Objective 3- Implementation of Indian muntjac cells as a model system for mitosis.
We will use the unique cytological features of the Indian muntjac to investigate with unprecedented resolution the mechanisms behind the correction of erroneous kinetochore-microtubule attachments. We will further investigate whether an Aurora B-mediated chromosome separation checkpoint allows mammalian cells to deal with extra-long chromosomes to ensure mitotic fidelity

Work Performed and Results:

- Establishment of the Indian muntjac system.

- Discovered that kinetochore size is an important determinant of chromosome segregation fidelity (Drpic et al., under review after revision)

- Establishment of a phenotypic gallery of more than 60 mitotic genes using RNAi in Indian muntjac cells. Currently investigating error correction in this system.

Progress beyond the state of the art and expected potential impact (including the socio-economic impact and the wider societal implications of the project so far)

Before chromosomes segregate they must congress to the cell equator in a process mediated by the microtubule minus-end-directed kinetochore motor Dynein, which moves peripheral chromosomes to the poles along astral microtubules, and the plus-end-directed kinetochore motor CENP-E/Kinesin-7 that slides polar chromosomes along spindle microtubules. Because different kinetochore motors are able to move chromosomes in opposite directions, a critical longstanding question is how chromosomes are guided during mitosis. An exciting, but yet unexplored, possibility is that tubulin post-translational modifications (PTMs) generate spatial cues that guide mitotic motors on chromosomes along specific spindle microtubules. We have established that tubulin tyrosination/detyrosination works as a navigation system that guides molecular motors on chromosomes towards specific cell locations during mitosis. Additionally, we are currently investigating whether tubulin tyrosination/detyrosination plays a role in mitotic spindle assembly and chromosome segregation fidelity and expect this to be concluded until the end of the project. Related to this, we have identified mitotic MAPs and motors that show selective preference for tyrosinated or detyrosinated microtubules. We expect until the end of the project to make progress on detailed functional characterization of these MAPs and motors.
In addition to a navigation system that guides chromosomes during mitosis to ensure faithful chromosome segregation, several checkpoints delay key cell cycle transitions until completion of a critical earlier event, providing time for error correction. The spindle assembly checkpoint (SAC) regulates the metaphase-anaphase transition by providing time for proper kinetochore-microtubule attachments. Although a robust SAC prevents massive chromosome mis-segregation, cells may progress into anaphase with few chromosomes that lag behind due to merotelic attachments (when a single kinetochore is attached to microtubules from both spindle poles), which represent a major mechanism of CIN. Recently, we have uncovered a “chromosome separation checkpoint” that operates after SAC satisfaction to delay local nuclear envelope reformation (NER) in response to incompletely separated chromosomes, including lagging chromosomes. At present, we have only an initial view of how this chromosome separation checkpoint works. The central player in this checkpoint is a constitutive midzone-based Aurora B phosphorylation gradient that monitors the position of chromosomes along the spindle axis during anaphase. In addition to this spatial control, Cyclin B1/Cdk1 work as a clock to determine the duration of anaphase. In this project we have determined how the spatial control mediated by a midzone Aurora B gradient feeds information back to the molecular clock that temporally controls the anaphase-telophase transition. Until the end of this project we propose to identify molecular targets of Aurora B kinases that play a role in the anaphase-telophase transition.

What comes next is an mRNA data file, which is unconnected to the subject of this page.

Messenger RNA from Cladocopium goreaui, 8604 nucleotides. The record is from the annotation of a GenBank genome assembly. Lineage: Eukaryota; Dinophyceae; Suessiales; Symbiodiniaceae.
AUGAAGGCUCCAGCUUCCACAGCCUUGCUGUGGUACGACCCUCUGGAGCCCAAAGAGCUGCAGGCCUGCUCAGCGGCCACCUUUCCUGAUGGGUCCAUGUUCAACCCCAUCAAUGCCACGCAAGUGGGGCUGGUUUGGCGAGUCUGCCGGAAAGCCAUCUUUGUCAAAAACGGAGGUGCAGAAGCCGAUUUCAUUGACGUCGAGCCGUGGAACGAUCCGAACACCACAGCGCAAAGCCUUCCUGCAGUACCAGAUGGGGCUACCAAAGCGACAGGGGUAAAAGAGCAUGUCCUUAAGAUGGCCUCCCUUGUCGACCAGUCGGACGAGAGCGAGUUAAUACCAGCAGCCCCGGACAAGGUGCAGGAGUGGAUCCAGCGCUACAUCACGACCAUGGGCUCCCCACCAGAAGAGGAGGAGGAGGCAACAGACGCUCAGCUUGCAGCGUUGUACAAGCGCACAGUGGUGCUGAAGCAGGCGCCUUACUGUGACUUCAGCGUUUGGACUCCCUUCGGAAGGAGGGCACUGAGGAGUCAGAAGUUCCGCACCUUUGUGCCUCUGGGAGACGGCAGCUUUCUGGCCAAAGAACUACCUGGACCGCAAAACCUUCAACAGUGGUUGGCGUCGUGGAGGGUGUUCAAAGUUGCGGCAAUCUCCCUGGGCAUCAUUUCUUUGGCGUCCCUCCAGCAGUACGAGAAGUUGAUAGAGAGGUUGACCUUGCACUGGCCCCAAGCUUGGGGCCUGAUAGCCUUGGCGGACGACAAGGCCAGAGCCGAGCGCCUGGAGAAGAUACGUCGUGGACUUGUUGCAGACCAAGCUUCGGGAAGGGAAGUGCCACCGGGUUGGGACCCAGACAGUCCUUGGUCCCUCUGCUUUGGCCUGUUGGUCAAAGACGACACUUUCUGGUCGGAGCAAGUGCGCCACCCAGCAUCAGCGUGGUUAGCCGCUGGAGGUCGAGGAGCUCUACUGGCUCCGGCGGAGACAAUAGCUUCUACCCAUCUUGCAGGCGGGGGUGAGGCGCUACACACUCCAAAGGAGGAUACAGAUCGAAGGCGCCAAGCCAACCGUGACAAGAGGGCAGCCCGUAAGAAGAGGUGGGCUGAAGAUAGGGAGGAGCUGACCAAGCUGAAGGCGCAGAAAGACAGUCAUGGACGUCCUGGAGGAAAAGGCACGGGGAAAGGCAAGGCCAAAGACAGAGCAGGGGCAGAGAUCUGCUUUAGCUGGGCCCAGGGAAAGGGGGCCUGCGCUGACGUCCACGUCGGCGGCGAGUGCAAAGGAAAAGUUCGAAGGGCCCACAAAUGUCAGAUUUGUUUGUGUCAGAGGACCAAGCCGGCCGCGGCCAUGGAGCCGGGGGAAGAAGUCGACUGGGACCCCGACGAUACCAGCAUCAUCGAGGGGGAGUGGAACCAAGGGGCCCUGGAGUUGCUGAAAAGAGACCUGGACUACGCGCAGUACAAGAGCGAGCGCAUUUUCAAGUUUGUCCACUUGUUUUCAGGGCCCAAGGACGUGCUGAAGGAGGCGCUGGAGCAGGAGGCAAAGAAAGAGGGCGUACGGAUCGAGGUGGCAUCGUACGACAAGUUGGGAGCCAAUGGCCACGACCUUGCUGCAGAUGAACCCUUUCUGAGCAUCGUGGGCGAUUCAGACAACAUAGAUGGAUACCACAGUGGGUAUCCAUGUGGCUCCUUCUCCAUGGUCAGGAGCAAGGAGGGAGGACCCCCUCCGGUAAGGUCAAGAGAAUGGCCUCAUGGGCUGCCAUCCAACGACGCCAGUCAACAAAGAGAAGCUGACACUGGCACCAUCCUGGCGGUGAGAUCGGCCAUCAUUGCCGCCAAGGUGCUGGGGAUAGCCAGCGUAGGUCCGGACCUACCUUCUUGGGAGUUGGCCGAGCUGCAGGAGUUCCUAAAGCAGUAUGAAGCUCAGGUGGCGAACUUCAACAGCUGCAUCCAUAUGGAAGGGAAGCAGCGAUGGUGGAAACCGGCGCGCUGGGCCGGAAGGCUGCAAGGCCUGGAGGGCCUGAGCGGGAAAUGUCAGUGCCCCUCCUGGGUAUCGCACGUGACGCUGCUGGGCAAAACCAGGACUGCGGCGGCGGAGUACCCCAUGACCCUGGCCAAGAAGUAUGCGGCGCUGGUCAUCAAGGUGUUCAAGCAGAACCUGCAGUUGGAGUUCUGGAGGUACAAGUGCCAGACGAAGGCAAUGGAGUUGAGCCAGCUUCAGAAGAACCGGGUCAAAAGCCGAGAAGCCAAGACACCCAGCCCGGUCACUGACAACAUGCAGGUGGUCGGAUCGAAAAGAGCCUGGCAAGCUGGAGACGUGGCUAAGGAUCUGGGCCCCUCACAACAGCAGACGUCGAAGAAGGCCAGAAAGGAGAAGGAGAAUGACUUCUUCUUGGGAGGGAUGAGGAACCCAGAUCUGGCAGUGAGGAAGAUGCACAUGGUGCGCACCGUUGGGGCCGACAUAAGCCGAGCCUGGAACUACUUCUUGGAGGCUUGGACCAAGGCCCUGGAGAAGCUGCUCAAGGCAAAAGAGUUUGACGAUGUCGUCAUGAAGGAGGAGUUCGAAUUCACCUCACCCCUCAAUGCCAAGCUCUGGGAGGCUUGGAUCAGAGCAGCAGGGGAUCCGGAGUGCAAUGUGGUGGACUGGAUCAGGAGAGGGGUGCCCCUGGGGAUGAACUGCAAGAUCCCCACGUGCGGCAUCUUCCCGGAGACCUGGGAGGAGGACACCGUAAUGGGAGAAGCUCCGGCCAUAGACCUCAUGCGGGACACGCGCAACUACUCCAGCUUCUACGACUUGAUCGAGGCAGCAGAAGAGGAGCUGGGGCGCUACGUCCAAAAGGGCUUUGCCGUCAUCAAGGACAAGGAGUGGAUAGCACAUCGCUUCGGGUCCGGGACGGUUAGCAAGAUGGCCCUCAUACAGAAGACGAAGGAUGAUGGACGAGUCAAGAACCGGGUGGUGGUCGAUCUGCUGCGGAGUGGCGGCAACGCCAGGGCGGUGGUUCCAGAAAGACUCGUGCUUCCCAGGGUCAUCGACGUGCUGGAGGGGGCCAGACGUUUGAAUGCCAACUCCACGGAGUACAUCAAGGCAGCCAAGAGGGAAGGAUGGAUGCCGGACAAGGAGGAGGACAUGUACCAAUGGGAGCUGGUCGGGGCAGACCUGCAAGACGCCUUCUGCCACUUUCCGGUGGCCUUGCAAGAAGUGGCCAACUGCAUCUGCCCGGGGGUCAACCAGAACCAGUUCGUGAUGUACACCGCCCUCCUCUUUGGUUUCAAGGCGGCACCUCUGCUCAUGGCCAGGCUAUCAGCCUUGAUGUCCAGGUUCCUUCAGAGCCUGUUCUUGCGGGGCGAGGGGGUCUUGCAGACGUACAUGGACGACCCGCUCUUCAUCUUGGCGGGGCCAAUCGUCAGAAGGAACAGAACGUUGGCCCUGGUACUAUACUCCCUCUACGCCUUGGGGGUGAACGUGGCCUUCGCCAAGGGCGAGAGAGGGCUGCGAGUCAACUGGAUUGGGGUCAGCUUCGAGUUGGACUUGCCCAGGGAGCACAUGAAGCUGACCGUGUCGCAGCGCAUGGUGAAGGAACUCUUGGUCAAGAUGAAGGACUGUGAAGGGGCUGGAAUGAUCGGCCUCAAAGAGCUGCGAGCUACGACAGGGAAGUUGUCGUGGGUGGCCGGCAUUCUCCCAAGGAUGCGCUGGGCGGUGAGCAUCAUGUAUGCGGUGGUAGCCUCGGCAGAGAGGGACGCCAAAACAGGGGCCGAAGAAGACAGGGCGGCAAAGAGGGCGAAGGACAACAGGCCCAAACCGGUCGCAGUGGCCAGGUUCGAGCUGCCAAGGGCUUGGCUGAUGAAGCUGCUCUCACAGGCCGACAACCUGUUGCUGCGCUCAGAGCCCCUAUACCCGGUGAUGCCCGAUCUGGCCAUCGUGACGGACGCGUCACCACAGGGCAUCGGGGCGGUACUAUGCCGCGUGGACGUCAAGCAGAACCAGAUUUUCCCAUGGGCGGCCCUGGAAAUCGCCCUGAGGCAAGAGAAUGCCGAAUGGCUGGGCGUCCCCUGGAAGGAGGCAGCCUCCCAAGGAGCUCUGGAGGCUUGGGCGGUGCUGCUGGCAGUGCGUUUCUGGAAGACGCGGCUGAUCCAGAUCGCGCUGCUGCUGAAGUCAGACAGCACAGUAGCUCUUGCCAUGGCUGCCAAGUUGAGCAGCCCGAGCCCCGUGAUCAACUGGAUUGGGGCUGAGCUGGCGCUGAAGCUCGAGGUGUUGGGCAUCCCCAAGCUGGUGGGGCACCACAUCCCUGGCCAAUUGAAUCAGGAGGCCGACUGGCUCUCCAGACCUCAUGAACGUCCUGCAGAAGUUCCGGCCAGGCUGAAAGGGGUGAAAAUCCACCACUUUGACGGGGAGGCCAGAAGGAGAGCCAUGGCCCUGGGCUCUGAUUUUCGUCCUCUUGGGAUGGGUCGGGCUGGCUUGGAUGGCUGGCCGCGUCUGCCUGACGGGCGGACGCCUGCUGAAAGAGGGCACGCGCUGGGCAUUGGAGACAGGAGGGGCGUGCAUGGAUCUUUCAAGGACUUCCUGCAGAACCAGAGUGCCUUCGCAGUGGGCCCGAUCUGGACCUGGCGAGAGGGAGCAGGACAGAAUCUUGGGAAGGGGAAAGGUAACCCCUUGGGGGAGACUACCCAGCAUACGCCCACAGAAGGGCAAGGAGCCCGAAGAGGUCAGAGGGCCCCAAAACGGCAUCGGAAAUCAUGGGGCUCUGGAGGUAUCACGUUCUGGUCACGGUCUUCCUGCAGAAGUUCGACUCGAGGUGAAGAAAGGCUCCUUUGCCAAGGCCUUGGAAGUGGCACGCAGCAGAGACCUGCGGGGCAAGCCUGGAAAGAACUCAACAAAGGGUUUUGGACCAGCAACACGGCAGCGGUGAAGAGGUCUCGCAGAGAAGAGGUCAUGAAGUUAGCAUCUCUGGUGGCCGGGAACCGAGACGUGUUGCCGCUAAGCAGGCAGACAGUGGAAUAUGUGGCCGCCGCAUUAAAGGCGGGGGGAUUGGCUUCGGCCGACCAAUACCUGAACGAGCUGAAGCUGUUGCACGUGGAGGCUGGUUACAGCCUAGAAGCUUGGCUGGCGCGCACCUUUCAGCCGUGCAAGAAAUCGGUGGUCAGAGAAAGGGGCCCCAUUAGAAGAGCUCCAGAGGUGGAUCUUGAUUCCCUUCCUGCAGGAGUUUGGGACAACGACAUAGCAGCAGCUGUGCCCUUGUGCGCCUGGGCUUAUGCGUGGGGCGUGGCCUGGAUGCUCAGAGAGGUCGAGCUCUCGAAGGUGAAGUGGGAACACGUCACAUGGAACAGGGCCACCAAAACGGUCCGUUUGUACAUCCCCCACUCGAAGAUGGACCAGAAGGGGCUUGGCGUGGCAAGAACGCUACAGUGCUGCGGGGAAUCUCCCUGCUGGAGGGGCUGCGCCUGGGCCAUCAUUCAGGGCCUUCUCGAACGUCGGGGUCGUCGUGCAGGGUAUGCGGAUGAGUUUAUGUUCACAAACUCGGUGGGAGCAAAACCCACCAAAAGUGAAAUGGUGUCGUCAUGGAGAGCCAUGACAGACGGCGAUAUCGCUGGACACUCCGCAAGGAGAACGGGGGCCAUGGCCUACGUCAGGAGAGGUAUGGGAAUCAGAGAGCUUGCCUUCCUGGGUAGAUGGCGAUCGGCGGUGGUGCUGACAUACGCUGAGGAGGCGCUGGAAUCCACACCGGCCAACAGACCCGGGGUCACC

We have also established a unique mammalian model system for mitosis that combines the powerful genetic tools and low chromosome number of fission yeast with the exceptional cytological features of a rat kangaroo cell. This system is based on hTERT-immortalized fibroblasts from a female of the Indian muntjac, the mammal with the lowest documented chromosome number (n = 3). Chromosomes of the Indian muntjac are large, compound structures that resulted from DNA fusions. In particular, each kinetochore of the X chromosomes is a “super-resolved” structure that binds more than 60 microtubules, making this model ideally suited to investigate how erroneous kinetochore-microtubule attachments are corrected. Importantly, we have obtained genome sequence information of the Indian muntjac genome. With this information at hand, we have been able to combine high-resolution live-cell microscopy and micromanipulation techniques with powerful